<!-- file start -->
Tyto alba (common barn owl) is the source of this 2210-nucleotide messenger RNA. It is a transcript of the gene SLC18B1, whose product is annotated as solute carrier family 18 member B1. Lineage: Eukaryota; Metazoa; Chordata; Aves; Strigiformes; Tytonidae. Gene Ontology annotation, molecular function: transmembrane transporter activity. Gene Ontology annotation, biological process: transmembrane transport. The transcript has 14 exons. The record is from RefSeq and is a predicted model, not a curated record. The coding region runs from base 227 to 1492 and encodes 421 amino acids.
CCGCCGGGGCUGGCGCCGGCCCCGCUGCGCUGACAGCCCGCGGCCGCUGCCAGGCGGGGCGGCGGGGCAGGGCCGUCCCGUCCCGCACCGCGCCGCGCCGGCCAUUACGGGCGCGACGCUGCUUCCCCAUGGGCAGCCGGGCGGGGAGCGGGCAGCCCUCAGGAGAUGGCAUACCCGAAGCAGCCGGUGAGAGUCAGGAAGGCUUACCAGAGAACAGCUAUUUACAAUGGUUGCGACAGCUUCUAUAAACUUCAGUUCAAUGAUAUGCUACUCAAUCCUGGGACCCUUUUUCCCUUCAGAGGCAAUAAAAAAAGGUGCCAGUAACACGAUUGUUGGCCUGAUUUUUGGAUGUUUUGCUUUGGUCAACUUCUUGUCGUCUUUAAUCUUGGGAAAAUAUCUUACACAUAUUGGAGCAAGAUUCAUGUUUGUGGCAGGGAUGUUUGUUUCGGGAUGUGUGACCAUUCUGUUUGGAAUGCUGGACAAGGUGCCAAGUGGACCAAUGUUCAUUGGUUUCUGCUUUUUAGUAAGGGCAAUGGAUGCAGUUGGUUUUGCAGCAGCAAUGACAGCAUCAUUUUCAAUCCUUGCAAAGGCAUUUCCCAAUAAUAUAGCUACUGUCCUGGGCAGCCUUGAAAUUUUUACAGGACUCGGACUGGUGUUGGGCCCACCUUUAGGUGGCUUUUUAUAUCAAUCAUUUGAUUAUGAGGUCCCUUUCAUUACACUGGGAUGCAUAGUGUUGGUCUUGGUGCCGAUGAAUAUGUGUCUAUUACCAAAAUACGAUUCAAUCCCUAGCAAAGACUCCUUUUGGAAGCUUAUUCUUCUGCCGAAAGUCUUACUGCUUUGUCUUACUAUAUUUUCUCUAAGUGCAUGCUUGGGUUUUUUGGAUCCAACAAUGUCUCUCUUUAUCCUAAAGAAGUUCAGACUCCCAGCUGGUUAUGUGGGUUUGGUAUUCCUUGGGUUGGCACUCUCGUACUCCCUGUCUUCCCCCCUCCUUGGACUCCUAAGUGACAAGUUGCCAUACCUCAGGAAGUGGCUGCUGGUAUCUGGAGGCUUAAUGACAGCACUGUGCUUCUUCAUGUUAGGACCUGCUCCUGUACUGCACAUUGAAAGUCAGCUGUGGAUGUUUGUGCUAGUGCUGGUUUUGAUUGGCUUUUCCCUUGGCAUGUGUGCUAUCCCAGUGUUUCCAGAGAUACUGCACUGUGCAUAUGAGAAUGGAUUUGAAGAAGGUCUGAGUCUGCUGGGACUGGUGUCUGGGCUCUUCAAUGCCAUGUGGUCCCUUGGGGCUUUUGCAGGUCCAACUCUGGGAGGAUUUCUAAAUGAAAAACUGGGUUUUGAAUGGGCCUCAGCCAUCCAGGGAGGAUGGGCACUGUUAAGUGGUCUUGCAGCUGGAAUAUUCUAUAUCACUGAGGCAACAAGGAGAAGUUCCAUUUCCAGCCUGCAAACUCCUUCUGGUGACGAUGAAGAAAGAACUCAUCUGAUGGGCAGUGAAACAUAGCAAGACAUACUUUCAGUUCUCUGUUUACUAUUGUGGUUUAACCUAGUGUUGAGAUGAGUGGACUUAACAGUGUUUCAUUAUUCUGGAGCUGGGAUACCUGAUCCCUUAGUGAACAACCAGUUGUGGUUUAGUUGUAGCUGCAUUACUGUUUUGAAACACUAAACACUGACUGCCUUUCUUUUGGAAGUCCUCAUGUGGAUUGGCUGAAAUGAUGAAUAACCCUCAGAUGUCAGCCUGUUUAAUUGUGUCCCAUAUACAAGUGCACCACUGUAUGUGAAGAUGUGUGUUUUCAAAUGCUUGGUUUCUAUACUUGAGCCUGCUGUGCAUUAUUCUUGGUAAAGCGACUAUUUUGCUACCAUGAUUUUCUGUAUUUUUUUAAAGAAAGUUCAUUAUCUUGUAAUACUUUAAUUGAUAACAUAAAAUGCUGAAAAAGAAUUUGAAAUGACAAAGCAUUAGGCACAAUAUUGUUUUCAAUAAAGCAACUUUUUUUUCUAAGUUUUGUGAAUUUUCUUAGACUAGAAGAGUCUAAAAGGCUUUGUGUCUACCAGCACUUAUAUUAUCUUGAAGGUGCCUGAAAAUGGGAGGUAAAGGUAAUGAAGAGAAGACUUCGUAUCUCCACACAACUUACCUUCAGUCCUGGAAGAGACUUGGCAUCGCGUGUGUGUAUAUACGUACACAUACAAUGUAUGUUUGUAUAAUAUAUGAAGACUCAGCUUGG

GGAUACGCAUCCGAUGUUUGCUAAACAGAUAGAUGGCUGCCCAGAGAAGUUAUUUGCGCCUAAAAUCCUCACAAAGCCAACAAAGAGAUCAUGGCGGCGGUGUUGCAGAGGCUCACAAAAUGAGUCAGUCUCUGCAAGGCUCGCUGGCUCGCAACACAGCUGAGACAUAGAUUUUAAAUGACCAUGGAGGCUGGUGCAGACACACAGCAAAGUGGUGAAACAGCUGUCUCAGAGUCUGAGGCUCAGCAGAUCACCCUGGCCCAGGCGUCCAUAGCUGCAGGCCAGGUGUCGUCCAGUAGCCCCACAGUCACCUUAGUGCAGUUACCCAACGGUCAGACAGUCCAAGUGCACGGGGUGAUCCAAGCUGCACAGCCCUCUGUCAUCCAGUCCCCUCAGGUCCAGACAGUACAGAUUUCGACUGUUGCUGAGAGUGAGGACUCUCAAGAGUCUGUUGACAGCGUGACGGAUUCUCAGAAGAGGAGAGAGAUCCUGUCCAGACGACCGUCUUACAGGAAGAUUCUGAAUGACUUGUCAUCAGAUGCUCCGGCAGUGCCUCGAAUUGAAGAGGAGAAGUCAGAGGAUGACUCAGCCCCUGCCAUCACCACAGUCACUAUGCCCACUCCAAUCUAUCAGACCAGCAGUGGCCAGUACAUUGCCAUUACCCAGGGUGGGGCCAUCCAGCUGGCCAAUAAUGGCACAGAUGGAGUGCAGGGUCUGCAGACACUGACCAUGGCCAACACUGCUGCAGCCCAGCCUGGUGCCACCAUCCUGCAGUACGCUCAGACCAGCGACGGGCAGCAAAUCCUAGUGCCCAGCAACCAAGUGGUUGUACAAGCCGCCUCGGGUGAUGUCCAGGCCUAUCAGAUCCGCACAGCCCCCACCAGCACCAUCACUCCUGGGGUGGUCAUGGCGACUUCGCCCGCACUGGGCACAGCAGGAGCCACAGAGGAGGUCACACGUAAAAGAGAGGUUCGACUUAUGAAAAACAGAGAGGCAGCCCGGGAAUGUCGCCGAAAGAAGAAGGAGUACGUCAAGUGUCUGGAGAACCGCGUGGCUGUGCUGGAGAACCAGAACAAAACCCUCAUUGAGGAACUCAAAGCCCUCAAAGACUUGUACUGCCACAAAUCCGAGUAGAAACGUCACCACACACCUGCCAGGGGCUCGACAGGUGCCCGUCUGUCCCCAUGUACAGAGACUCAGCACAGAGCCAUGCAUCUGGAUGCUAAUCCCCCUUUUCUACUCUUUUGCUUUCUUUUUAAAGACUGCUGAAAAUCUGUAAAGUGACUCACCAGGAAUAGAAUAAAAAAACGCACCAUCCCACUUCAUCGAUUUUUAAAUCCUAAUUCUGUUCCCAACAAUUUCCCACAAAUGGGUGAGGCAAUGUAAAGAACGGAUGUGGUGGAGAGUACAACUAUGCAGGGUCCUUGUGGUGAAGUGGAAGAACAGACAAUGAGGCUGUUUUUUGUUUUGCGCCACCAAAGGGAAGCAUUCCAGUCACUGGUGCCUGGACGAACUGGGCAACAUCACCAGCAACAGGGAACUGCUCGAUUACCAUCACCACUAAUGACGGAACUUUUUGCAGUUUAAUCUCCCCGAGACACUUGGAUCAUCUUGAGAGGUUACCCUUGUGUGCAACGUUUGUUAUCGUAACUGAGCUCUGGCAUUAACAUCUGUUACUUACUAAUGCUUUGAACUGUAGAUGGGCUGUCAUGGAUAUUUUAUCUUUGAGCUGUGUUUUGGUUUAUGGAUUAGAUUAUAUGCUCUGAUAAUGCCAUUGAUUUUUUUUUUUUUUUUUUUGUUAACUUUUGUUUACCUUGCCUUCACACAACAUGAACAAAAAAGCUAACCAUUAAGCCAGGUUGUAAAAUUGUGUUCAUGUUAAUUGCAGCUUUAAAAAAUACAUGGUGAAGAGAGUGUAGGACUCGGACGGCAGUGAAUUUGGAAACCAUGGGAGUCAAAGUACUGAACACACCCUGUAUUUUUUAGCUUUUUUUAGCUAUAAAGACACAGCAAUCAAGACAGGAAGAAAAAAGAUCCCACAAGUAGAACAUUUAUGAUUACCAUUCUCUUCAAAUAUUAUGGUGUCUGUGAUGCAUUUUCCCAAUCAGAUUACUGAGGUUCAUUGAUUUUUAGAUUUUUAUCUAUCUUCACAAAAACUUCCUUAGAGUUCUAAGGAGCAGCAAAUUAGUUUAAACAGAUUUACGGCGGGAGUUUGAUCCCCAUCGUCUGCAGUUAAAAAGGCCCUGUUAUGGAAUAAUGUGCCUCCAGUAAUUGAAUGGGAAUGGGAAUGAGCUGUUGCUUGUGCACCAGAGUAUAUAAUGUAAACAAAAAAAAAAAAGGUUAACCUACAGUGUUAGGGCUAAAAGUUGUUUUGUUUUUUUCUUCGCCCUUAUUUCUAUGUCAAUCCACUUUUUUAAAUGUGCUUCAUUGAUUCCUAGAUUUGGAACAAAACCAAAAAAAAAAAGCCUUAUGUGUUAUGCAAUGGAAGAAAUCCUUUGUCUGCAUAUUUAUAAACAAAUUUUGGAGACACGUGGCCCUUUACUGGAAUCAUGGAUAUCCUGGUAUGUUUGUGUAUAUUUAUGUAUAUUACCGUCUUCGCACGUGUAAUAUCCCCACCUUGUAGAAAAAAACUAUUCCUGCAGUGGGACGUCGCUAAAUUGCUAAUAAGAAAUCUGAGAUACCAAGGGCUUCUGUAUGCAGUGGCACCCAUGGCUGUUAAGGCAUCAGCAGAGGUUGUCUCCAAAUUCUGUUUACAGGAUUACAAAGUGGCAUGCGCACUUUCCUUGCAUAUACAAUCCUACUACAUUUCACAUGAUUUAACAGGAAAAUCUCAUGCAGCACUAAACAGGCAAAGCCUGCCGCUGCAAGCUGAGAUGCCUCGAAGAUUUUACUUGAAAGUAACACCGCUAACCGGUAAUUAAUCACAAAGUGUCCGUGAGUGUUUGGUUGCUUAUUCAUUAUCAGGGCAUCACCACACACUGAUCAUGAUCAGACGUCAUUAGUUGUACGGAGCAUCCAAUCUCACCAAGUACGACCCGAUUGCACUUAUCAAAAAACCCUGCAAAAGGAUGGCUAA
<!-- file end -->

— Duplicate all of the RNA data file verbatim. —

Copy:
Tyto alba (common barn owl) is the source of this 2210-nucleotide messenger RNA. It is a transcript of the gene SLC18B1, whose product is annotated as solute carrier family 18 member B1. Lineage: Eukaryota; Metazoa; Chordata; Aves; Strigiformes; Tytonidae. Gene Ontology annotation, molecular function: transmembrane transporter activity. Gene Ontology annotation, biological process: transmembrane transport. The transcript has 14 exons. The record is from RefSeq and is a predicted model, not a curated record. The coding region runs from base 227 to 1492 and encodes 421 amino acids.
CCGCCGGGGCUGGCGCCGGCCCCGCUGCGCUGACAGCCCGCGGCCGCUGCCAGGCGGGGCGGCGGGGCAGGGCCGUCCCGUCCCGCACCGCGCCGCGCCGGCCAUUACGGGCGCGACGCUGCUUCCCCAUGGGCAGCCGGGCGGGGAGCGGGCAGCCCUCAGGAGAUGGCAUACCCGAAGCAGCCGGUGAGAGUCAGGAAGGCUUACCAGAGAACAGCUAUUUACAAUGGUUGCGACAGCUUCUAUAAACUUCAGUUCAAUGAUAUGCUACUCAAUCCUGGGACCCUUUUUCCCUUCAGAGGCAAUAAAAAAAGGUGCCAGUAACACGAUUGUUGGCCUGAUUUUUGGAUGUUUUGCUUUGGUCAACUUCUUGUCGUCUUUAAUCUUGGGAAAAUAUCUUACACAUAUUGGAGCAAGAUUCAUGUUUGUGGCAGGGAUGUUUGUUUCGGGAUGUGUGACCAUUCUGUUUGGAAUGCUGGACAAGGUGCCAAGUGGACCAAUGUUCAUUGGUUUCUGCUUUUUAGUAAGGGCAAUGGAUGCAGUUGGUUUUGCAGCAGCAAUGACAGCAUCAUUUUCAAUCCUUGCAAAGGCAUUUCCCAAUAAUAUAGCUACUGUCCUGGGCAGCCUUGAAAUUUUUACAGGACUCGGACUGGUGUUGGGCCCACCUUUAGGUGGCUUUUUAUAUCAAUCAUUUGAUUAUGAGGUCCCUUUCAUUACACUGGGAUGCAUAGUGUUGGUCUUGGUGCCGAUGAAUAUGUGUCUAUUACCAAAAUACGAUUCAAUCCCUAGCAAAGACUCCUUUUGGAAGCUUAUUCUUCUGCCGAAAGUCUUACUGCUUUGUCUUACUAUAUUUUCUCUAAGUGCAUGCUUGGGUUUUUUGGAUCCAACAAUGUCUCUCUUUAUCCUAAAGAAGUUCAGACUCCCAGCUGGUUAUGUGGGUUUGGUAUUCCUUGGGUUGGCACUCUCGUACUCCCUGUCUUCCCCCCUCCUUGGACUCCUAAGUGACAAGUUGCCAUACCUCAGGAAGUGGCUGCUGGUAUCUGGAGGCUUAAUGACAGCACUGUGCUUCUUCAUGUUAGGACCUGCUCCUGUACUGCACAUUGAAAGUCAGCUGUGGAUGUUUGUGCUAGUGCUGGUUUUGAUUGGCUUUUCCCUUGGCAUGUGUGCUAUCCCAGUGUUUCCAGAGAUACUGCACUGUGCAUAUGAGAAUGGAUUUGAAGAAGGUCUGAGUCUGCUGGGACUGGUGUCUGGGCUCUUCAAUGCCAUGUGGUCCCUUGGGGCUUUUGCAGGUCCAACUCUGGGAGGAUUUCUAAAUGAAAAACUGGGUUUUGAAUGGGCCUCAGCCAUCCAGGGAGGAUGGGCACUGUUAAGUGGUCUUGCAGCUGGAAUAUUCUAUAUCACUGAGGCAACAAGGAGAAGUUCCAUUUCCAGCCUGCAAACUCCUUCUGGUGACGAUGAAGAAAGAACUCAUCUGAUGGGCAGUGAAACAUAGCAAGACAUACUUUCAGUUCUCUGUUUACUAUUGUGGUUUAACCUAGUGUUGAGAUGAGUGGACUUAACAGUGUUUCAUUAUUCUGGAGCUGGGAUACCUGAUCCCUUAGUGAACAACCAGUUGUGGUUUAGUUGUAGCUGCAUUACUGUUUUGAAACACUAAACACUGACUGCCUUUCUUUUGGAAGUCCUCAUGUGGAUUGGCUGAAAUGAUGAAUAACCCUCAGAUGUCAGCCUGUUUAAUUGUGUCCCAUAUACAAGUGCACCACUGUAUGUGAAGAUGUGUGUUUUCAAAUGCUUGGUUUCUAUACUUGAGCCUGCUGUGCAUUAUUCUUGGUAAAGCGACUAUUUUGCUACCAUGAUUUUCUGUAUUUUUUUAAAGAAAGUUCAUUAUCUUGUAAUACUUUAAUUGAUAACAUAAAAUGCUGAAAAAGAAUUUGAAAUGACAAAGCAUUAGGCACAAUAUUGUUUUCAAUAAAGCAACUUUUUUUUCUAAGUUUUGUGAAUUUUCUUAGACUAGAAGAGUCUAAAAGGCUUUGUGUCUACCAGCACUUAUAUUAUCUUGAAGGUGCCUGAAAAUGGGAGGUAAAGGUAAUGAAGAGAAGACUUCGUAUCUCCACACAACUUACCUUCAGUCCUGGAAGAGACUUGGCAUCGCGUGUGUGUAUAUACGUACACAUACAAUGUAUGUUUGUAUAAUAUAUGAAGACUCAGCUUGG

GGAUACGCAUCCGAUGUUUGCUAAACAGAUAGAUGGCUGCCCAGAGAAGUUAUUUGCGCCUAAAAUCCUCACAAAGCCAACAAAGAGAUCAUGGCGGCGGUGUUGCAGAGGCUCACAAAAUGAGUCAGUCUCUGCAAGGCUCGCUGGCUCGCAACACAGCUGAGACAUAGAUUUUAAAUGACCAUGGAGGCUGGUGCAGACACACAGCAAAGUGGUGAAACAGCUGUCUCAGAGUCUGAGGCUCAGCAGAUCACCCUGGCCCAGGCGUCCAUAGCUGCAGGCCAGGUGUCGUCCAGUAGCCCCACAGUCACCUUAGUGCAGUUACCCAACGGUCAGACAGUCCAAGUGCACGGGGUGAUCCAAGCUGCACAGCCCUCUGUCAUCCAGUCCCCUCAGGUCCAGACAGUACAGAUUUCGACUGUUGCUGAGAGUGAGGACUCUCAAGAGUCUGUUGACAGCGUGACGGAUUCUCAGAAGAGGAGAGAGAUCCUGUCCAGACGACCGUCUUACAGGAAGAUUCUGAAUGACUUGUCAUCAGAUGCUCCGGCAGUGCCUCGAAUUGAAGAGGAGAAGUCAGAGGAUGACUCAGCCCCUGCCAUCACCACAGUCACUAUGCCCACUCCAAUCUAUCAGACCAGCAGUGGCCAGUACAUUGCCAUUACCCAGGGUGGGGCCAUCCAGCUGGCCAAUAAUGGCACAGAUGGAGUGCAGGGUCUGCAGACACUGACCAUGGCCAACACUGCUGCAGCCCAGCCUGGUGCCACCAUCCUGCAGUACGCUCAGACCAGCGACGGGCAGCAAAUCCUAGUGCCCAGCAACCAAGUGGUUGUACAAGCCGCCUCGGGUGAUGUCCAGGCCUAUCAGAUCCGCACAGCCCCCACCAGCACCAUCACUCCUGGGGUGGUCAUGGCGACUUCGCCCGCACUGGGCACAGCAGGAGCCACAGAGGAGGUCACACGUAAAAGAGAGGUUCGACUUAUGAAAAACAGAGAGGCAGCCCGGGAAUGUCGCCGAAAGAAGAAGGAGUACGUCAAGUGUCUGGAGAACCGCGUGGCUGUGCUGGAGAACCAGAACAAAACCCUCAUUGAGGAACUCAAAGCCCUCAAAGACUUGUACUGCCACAAAUCCGAGUAGAAACGUCACCACACACCUGCCAGGGGCUCGACAGGUGCCCGUCUGUCCCCAUGUACAGAGACUCAGCACAGAGCCAUGCAUCUGGAUGCUAAUCCCCCUUUUCUACUCUUUUGCUUUCUUUUUAAAGACUGCUGAAAAUCUGUAAAGUGACUCACCAGGAAUAGAAUAAAAAAACGCACCAUCCCACUUCAUCGAUUUUUAAAUCCUAAUUCUGUUCCCAACAAUUUCCCACAAAUGGGUGAGGCAAUGUAAAGAACGGAUGUGGUGGAGAGUACAACUAUGCAGGGUCCUUGUGGUGAAGUGGAAGAACAGACAAUGAGGCUGUUUUUUGUUUUGCGCCACCAAAGGGAAGCAUUCCAGUCACUGGUGCCUGGACGAACUGGGCAACAUCACCAGCAACAGGGAACUGCUCGAUUACCAUCACCACUAAUGACGGAACUUUUUGCAGUUUAAUCUCCCCGAGACACUUGGAUCAUCUUGAGAGGUUACCCUUGUGUGCAACGUUUGUUAUCGUAACUGAGCUCUGGCAUUAACAUCUGUUACUUACUAAUGCUUUGAACUGUAGAUGGGCUGUCAUGGAUAUUUUAUCUUUGAGCUGUGUUUUGGUUUAUGGAUUAGAUUAUAUGCUCUGAUAAUGCCAUUGAUUUUUUUUUUUUUUUUUUUGUUAACUUUUGUUUACCUUGCCUUCACACAACAUGAACAAAAAAGCUAACCAUUAAGCCAGGUUGUAAAAUUGUGUUCAUGUUAAUUGCAGCUUUAAAAAAUACAUGGUGAAGAGAGUGUAGGACUCGGACGGCAGUGAAUUUGGAAACCAUGGGAGUCAAAGUACUGAACACACCCUGUAUUUUUUAGCUUUUUUUAGCUAUAAAGACACAGCAAUCAAGACAGGAAGAAAAAAGAUCCCACAAGUAGAACAUUUAUGAUUACCAUUCUCUUCAAAUAUUAUGGUGUCUGUGAUGCAUUUUCCCAAUCAGAUUACUGAGGUUCAUUGAUUUUUAGAUUUUUAUCUAUCUUCACAAAAACUUCCUUAGAGUUCUAAGGAGCAGCAAAUUAGUUUAAACAGAUUUACGGCGGGAGUUUGAUCCCCAUCGUCUGCAGUUAAAAAGGCCCUGUUAUGGAAUAAUGUGCCUCCAGUAAUUGAAUGGGAAUGGGAAUGAGCUGUUGCUUGUGCACCAGAGUAUAUAAUGUAAACAAAAAAAAAAAAGGUUAACCUACAGUGUUAGGGCUAAAAGUUGUUUUGUUUUUUUCUUCGCCCUUAUUUCUAUGUCAAUCCACUUUUUUAAAUGUGCUUCAUUGAUUCCUAGAUUUGGAACAAAACCAAAAAAAAAAAGCCUUAUGUGUUAUGCAAUGGAAGAAAUCCUUUGUCUGCAUAUUUAUAAACAAAUUUUGGAGACACGUGGCCCUUUACUGGAAUCAUGGAUAUCCUGGUAUGUUUGUGUAUAUUUAUGUAUAUUACCGUCUUCGCACGUGUAAUAUCCCCACCUUGUAGAAAAAAACUAUUCCUGCAGUGGGACGUCGCUAAAUUGCUAAUAAGAAAUCUGAGAUACCAAGGGCUUCUGUAUGCAGUGGCACCCAUGGCUGUUAAGGCAUCAGCAGAGGUUGUCUCCAAAUUCUGUUUACAGGAUUACAAAGUGGCAUGCGCACUUUCCUUGCAUAUACAAUCCUACUACAUUUCACAUGAUUUAACAGGAAAAUCUCAUGCAGCACUAAACAGGCAAAGCCUGCCGCUGCAAGCUGAGAUGCCUCGAAGAUUUUACUUGAAAGUAACACCGCUAACCGGUAAUUAAUCACAAAGUGUCCGUGAGUGUUUGGUUGCUUAUUCAUUAUCAGGGCAUCACCACACACUGAUCAUGAUCAGACGUCAUUAGUUGUACGGAGCAUCCAAUCUCACCAAGUACGACCCGAUUGCACUUAUCAAAAAACCCUGCAAAAGGAUGGCUAA